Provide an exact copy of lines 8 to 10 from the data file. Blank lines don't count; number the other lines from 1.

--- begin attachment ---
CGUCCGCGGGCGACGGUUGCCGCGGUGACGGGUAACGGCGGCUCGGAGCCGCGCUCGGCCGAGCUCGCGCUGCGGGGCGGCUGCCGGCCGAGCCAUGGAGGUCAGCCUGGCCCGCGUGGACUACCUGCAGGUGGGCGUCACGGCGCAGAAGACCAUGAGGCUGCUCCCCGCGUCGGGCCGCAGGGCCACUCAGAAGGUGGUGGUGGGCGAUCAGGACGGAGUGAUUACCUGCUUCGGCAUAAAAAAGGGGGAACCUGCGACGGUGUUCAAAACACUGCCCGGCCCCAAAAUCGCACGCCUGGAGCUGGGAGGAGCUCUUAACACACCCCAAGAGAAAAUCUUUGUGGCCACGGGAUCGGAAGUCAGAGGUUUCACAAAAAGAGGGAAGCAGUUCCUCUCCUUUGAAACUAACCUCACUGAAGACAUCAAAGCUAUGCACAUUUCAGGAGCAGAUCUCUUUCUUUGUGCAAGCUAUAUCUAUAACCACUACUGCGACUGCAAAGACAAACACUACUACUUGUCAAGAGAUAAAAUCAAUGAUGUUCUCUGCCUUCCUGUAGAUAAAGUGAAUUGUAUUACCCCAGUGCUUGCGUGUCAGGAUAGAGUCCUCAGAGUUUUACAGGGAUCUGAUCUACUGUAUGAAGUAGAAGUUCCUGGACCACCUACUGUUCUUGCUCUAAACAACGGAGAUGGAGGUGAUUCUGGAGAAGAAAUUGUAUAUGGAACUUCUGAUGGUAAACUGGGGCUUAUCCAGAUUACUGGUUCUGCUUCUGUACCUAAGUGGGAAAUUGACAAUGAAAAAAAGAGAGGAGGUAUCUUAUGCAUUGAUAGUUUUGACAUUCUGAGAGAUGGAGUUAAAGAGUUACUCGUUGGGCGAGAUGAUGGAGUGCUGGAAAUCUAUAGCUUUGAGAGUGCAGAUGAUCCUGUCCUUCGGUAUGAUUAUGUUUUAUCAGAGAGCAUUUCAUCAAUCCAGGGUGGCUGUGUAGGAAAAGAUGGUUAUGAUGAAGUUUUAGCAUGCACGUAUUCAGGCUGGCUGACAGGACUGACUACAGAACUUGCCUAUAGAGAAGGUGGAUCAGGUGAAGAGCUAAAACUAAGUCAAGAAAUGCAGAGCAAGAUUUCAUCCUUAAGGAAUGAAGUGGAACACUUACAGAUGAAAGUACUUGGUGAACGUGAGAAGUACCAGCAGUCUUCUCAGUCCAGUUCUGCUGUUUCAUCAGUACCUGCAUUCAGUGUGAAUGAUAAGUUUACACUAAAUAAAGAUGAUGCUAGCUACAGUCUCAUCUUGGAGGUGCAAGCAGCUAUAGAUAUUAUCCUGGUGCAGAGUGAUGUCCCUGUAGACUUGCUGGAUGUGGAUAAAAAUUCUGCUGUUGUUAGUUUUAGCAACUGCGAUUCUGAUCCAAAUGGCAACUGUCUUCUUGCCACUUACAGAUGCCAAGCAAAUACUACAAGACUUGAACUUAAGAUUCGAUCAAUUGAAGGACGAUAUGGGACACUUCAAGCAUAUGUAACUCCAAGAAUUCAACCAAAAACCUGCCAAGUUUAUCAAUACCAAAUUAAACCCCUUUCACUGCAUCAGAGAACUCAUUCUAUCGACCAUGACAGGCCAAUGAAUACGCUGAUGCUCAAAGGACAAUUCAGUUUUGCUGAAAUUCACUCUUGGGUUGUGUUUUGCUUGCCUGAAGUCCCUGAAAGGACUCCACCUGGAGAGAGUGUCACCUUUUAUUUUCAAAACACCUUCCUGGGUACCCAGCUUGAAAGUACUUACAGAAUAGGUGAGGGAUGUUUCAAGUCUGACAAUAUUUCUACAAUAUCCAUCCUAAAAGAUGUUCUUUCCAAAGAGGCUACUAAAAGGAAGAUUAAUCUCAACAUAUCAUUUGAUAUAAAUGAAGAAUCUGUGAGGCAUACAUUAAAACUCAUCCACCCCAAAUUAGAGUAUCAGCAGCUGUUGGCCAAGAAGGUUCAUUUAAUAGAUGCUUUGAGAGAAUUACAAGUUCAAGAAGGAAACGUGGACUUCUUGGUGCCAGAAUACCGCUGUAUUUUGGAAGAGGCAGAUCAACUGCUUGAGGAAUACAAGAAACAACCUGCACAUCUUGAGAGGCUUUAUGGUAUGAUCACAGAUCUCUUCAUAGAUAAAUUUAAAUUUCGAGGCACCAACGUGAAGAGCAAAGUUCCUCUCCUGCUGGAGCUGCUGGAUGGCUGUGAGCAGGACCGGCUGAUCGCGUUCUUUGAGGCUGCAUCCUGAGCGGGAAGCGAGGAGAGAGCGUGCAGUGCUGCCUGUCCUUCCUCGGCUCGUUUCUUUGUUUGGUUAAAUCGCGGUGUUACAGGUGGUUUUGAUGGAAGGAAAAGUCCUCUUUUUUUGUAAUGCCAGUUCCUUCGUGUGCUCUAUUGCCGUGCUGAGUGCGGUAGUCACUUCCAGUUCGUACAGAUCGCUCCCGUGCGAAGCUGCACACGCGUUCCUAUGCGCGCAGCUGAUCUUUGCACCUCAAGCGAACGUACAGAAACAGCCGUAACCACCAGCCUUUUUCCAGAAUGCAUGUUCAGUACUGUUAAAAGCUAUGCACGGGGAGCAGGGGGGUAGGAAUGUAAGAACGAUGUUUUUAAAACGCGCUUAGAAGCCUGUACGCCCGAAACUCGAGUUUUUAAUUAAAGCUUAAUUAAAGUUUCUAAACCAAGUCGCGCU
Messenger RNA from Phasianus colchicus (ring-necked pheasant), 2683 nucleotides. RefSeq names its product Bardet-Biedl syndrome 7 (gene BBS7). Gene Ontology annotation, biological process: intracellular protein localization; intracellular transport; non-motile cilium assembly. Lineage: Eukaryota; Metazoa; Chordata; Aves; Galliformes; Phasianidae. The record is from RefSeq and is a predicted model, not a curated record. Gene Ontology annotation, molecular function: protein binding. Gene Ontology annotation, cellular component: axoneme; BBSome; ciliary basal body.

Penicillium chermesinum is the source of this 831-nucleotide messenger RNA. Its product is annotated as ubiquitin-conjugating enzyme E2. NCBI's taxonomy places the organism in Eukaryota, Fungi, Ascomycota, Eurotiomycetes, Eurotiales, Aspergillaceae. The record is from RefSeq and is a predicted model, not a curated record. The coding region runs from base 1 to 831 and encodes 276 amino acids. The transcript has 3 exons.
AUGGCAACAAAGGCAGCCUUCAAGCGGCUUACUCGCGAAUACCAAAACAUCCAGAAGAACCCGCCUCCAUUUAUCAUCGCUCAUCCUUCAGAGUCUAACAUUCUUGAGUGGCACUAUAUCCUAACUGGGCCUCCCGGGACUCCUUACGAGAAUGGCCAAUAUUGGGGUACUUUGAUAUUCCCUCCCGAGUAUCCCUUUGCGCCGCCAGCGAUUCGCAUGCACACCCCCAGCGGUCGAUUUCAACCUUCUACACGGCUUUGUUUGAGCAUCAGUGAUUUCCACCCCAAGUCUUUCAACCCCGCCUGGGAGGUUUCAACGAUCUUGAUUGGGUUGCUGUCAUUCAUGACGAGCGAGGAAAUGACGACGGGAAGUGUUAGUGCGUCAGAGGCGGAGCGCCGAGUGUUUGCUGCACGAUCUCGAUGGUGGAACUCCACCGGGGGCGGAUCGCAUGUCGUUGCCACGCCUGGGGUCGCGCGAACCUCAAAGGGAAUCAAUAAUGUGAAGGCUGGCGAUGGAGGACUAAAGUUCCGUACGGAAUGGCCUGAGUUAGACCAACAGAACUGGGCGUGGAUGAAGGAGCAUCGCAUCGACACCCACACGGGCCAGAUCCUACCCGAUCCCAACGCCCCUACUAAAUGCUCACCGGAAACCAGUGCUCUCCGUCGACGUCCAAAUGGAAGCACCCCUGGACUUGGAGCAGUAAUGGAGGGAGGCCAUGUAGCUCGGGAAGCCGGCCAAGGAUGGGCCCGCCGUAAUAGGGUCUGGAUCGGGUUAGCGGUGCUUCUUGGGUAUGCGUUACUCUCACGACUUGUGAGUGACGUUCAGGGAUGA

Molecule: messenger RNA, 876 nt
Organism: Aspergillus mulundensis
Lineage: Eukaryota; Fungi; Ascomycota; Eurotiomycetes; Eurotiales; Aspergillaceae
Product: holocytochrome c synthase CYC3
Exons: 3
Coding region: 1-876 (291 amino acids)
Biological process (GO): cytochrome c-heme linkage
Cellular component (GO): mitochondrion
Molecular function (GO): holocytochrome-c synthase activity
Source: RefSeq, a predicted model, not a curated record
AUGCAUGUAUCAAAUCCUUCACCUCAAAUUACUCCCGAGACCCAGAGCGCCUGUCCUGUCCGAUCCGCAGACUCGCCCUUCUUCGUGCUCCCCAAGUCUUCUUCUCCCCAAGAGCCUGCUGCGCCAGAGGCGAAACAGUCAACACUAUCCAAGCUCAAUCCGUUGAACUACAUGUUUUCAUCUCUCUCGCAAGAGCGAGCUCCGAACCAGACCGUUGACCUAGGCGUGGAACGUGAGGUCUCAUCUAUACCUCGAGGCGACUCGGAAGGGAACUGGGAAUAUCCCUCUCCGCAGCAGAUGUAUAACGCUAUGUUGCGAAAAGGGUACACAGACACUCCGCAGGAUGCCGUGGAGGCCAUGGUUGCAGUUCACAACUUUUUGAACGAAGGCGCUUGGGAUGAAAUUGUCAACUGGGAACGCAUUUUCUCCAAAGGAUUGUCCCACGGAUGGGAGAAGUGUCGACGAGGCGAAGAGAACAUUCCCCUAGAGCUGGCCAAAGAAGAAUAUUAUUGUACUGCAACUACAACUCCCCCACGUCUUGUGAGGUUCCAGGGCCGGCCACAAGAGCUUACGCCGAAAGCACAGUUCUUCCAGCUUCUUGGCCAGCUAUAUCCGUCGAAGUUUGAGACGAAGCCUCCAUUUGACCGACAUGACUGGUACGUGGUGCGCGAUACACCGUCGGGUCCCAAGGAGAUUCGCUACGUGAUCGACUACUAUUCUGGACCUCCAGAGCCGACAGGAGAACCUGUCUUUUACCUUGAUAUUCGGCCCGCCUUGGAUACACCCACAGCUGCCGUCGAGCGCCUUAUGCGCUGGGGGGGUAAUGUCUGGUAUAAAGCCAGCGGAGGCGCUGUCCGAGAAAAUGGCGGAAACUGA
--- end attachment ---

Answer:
Product: holocytochrome c synthase CYC3
Exons: 3
Coding region: 1-876 (291 amino acids)